Here, Poindexter likewise initially filed his ineffective assistance of appellate counsel pursuant to a state post-conviction petition prior to the Murnahan decision and did not file a petition for delayed reconsideration in the state court of appeals until nearly two months after Murnahan was decided. Similarly, the appeal was filed in Ohio's First District Court of Appeals, which had in place since 1983 the procedure dictated by Rone. Thus, as in Hicks, we are constrained to conclude that Poindexter had procedurally defaulted his ineffective assistance of appellate counsel claim, because the rule of Rone was "well settled" by the time he filed the claim and was, therefore, an adequate and independent state ground. See Hicks, 384 F.3d at 212; see also Sowell v. Bradshaw, 372 F.3d 821, 827 n. 2 (6th Cir. 2004) (citing Rone); Coleman, 244 F.3d at 540 (holding that " [b]efore the Ohio Supreme Court's decision in Murnahan, it was well established in [Hamilton County], the appellate district in which Coleman's appeal was heard, that claims of ineffective assistance of appellate counsel were to be raised in a delayed motion for reconsideration and were not cognizable in state post-conviction proceedings"); cf. Franklin v. Anderson, 434 F.3d 412, 431-32 (6th Cir. 2006) (holding there was no procedural bar where the petitioner filed his petition for post-conviction relief containing an ineffective assistance of appellate counsel claim after Murnahan had issued; distinguishing Hicks on the grounds that the petitioner in that case first raised his ineffective assistance of appellate counsel claim in his state post-conviction petition prior to the Murnahan decision). In sum, we hold that the district court's ruling was correct.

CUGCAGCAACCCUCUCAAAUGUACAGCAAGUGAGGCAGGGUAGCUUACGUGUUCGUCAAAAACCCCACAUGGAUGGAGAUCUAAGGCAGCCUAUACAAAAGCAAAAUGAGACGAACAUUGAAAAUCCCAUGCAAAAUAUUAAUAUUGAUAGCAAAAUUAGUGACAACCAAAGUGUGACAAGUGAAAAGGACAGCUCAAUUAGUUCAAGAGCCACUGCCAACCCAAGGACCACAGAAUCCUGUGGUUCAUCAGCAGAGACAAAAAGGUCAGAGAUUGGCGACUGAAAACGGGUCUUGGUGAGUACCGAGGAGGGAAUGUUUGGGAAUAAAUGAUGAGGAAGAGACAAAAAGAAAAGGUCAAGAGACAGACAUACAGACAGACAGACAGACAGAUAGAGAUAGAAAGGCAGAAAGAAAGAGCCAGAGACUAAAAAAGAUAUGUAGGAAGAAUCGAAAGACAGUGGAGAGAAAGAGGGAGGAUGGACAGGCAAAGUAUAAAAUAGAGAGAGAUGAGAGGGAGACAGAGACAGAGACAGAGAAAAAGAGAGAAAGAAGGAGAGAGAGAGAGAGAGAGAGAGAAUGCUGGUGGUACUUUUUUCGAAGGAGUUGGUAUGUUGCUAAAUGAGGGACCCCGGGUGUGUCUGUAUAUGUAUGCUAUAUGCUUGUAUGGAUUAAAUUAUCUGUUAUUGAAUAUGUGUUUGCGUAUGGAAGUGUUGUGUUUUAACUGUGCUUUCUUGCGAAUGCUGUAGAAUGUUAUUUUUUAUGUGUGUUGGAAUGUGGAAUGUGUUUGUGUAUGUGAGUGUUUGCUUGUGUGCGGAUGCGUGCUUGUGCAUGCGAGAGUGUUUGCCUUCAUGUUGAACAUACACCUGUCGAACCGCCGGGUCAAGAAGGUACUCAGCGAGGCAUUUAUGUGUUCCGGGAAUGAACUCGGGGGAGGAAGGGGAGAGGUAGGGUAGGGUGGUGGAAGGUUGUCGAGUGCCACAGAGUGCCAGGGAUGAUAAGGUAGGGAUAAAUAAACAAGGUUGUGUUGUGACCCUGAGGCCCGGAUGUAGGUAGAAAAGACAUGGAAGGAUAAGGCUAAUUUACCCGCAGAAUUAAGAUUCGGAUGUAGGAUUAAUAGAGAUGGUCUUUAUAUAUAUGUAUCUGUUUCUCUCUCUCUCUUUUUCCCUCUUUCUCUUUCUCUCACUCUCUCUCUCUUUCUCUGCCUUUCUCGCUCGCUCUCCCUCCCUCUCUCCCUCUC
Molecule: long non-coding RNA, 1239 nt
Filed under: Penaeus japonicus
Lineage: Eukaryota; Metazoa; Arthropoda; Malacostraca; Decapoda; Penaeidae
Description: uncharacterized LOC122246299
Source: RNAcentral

Even if Poindexter were able to present an appropriate excuse for failing to bring his ineffective assistance of appellate counsel claim in a proper and timely manner, the claim is meritless. In support of his merits argument, Poindexter relies on State v. DePew, 38 Ohio St.3d 275, 528 N.E.2d 542 (Ohio 1988), which held that "it is the defendant who has the right to present and argue the mitigating factors," and that the prosecution may not comment on any factors not raised by the defendant. Id. at 557; see also Combs v. Coyle, 205 F.3d 269, 291-92 (6th Cir. 2000) (stating that under Ohio law, trial court's instruction on all seven statutory mitigating factors in the penalty phase constituted error, where the defendant had raised only two; instructing the state court not to repeat the error upon likelihood of retrial of the petitioner). The district court held that the claim was procedurally defaulted.